Then there was my having to pee on that same walk, and asking occasional passersby how far to the bathroom; the answers varied widely, and the bathroom got no closer. One gentleman jogger answered me in Spanish, so I queried him about “el bano?” He replied in Spanish and hand gestures, and I nodded, comprehending most of what he said, based on high school Spanish and the super powers one attains when having to pee very badly. I replied, “Gracias.”
The Little Monkey gave me a High Five, Mom! for being bilingual.Read More »
I drive the Little Monkey from Seattle across Lake Washington to Bellevue for biweekly counseling, a drive I avoided for all of my previous 20 pre-motherhood years in Seattle. If a friend moved across the lake? Sayonara. I’d mail postcards. They might as well have moved to Tokyo for all they were likely to see me in their new neighborhood. Ballard to Bellevue consists of three freeway merges and, not long ago, a shift in consciousness akin to Appalachia to Manhattan. Others tackle this west-to-east journey daily to work at Microsoft or shop at the upscale Bellevue Mall, but while I managed to tolerate traveling from the Pacific to Atlantic Oceans and back on the back of a too-small motorcycle, I eschewed this epic psychological journey. Not only was there the matter of traffic (I laugh now at my notions of “traffic” 25 years ago): there were the little matters that, in the not too distant past, one of the lake’s two bridges sank, and the other raised its drawspan while cars were still crossing.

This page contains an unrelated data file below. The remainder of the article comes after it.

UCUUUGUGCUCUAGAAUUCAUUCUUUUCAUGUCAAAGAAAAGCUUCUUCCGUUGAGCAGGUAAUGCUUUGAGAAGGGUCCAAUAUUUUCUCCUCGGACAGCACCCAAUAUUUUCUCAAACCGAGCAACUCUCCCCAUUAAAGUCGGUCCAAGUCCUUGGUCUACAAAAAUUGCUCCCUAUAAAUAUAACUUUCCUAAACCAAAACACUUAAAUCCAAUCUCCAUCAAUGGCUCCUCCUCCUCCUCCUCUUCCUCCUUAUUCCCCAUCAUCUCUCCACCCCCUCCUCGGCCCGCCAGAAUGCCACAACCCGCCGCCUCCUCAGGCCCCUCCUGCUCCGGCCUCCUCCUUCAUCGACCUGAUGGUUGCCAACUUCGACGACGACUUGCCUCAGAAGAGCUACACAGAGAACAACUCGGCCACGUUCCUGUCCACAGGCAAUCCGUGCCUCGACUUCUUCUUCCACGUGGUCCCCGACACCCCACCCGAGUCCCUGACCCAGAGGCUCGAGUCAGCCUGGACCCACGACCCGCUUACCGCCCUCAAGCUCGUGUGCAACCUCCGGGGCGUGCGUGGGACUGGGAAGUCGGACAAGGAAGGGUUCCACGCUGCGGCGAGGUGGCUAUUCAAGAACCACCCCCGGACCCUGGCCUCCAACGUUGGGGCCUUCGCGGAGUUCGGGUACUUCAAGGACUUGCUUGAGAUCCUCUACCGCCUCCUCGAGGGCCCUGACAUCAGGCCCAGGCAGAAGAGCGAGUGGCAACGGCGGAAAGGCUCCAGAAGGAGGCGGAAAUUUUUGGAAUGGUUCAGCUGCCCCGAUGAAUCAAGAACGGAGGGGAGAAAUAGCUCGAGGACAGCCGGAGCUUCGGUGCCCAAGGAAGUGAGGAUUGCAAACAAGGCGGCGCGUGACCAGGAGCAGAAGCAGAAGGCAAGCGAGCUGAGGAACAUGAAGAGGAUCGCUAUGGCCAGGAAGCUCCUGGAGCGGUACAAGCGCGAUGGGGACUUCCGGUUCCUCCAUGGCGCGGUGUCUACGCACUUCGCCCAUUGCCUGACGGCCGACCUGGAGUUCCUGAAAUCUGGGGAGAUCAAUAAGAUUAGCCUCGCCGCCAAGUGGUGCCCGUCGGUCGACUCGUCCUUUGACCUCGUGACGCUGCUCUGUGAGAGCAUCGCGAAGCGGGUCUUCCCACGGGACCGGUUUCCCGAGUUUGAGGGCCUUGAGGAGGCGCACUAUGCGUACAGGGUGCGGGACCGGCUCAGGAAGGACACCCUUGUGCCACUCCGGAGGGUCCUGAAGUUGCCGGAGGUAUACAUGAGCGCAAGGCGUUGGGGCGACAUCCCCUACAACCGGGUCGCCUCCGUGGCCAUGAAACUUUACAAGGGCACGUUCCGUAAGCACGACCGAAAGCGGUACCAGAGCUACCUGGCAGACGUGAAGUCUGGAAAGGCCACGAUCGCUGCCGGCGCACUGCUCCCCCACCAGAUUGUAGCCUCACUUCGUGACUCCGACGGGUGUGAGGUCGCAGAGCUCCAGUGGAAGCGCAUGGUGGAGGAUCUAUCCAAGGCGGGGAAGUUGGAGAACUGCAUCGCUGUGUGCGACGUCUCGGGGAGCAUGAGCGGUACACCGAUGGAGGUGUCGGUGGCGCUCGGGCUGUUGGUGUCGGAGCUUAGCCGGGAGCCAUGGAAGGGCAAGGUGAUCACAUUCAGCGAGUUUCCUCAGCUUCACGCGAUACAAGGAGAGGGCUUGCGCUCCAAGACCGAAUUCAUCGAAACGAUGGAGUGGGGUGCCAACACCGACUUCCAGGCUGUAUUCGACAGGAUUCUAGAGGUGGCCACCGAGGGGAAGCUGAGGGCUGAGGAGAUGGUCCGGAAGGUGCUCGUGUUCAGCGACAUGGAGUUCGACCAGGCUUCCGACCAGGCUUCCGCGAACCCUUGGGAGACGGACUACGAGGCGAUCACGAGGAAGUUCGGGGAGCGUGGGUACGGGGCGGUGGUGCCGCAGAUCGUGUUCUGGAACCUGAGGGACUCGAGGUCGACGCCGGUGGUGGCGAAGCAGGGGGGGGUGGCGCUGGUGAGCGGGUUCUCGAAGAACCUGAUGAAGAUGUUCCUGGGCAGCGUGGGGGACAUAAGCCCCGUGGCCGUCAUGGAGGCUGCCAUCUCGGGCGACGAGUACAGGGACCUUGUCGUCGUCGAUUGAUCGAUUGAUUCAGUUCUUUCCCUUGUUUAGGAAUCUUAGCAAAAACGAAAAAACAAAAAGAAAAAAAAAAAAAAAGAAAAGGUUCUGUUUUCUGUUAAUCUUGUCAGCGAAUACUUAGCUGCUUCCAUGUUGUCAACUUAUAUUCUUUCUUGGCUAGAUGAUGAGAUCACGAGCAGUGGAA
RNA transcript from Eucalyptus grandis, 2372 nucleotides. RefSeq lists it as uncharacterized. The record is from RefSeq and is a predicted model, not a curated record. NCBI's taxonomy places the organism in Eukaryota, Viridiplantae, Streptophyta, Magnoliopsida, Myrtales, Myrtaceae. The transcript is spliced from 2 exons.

As if the drive across the floating bridge isn’t traumatic enough, LM’s therapist practices what I call “aversion therapy.” He tells stories about the misdeeds his other young clients have been up to, which have led to the ruin and devastation of themselves and their families. One family could have put their kid through college on what they spent on court costs, all for naught: the stepdad then dumped the boy’s mom, and the stepdad lost custody of his own biological children. Because of this teenage boy, the family was fractured and bankrupt, utterly and totally. I pictured the boy and his mom in a basement studio apartment eating TV dinners. How could the mother go on with nurturing and unconditional love while eating her tiny compartment of apple pie after polishing off a spindly fried drumstick?Read More »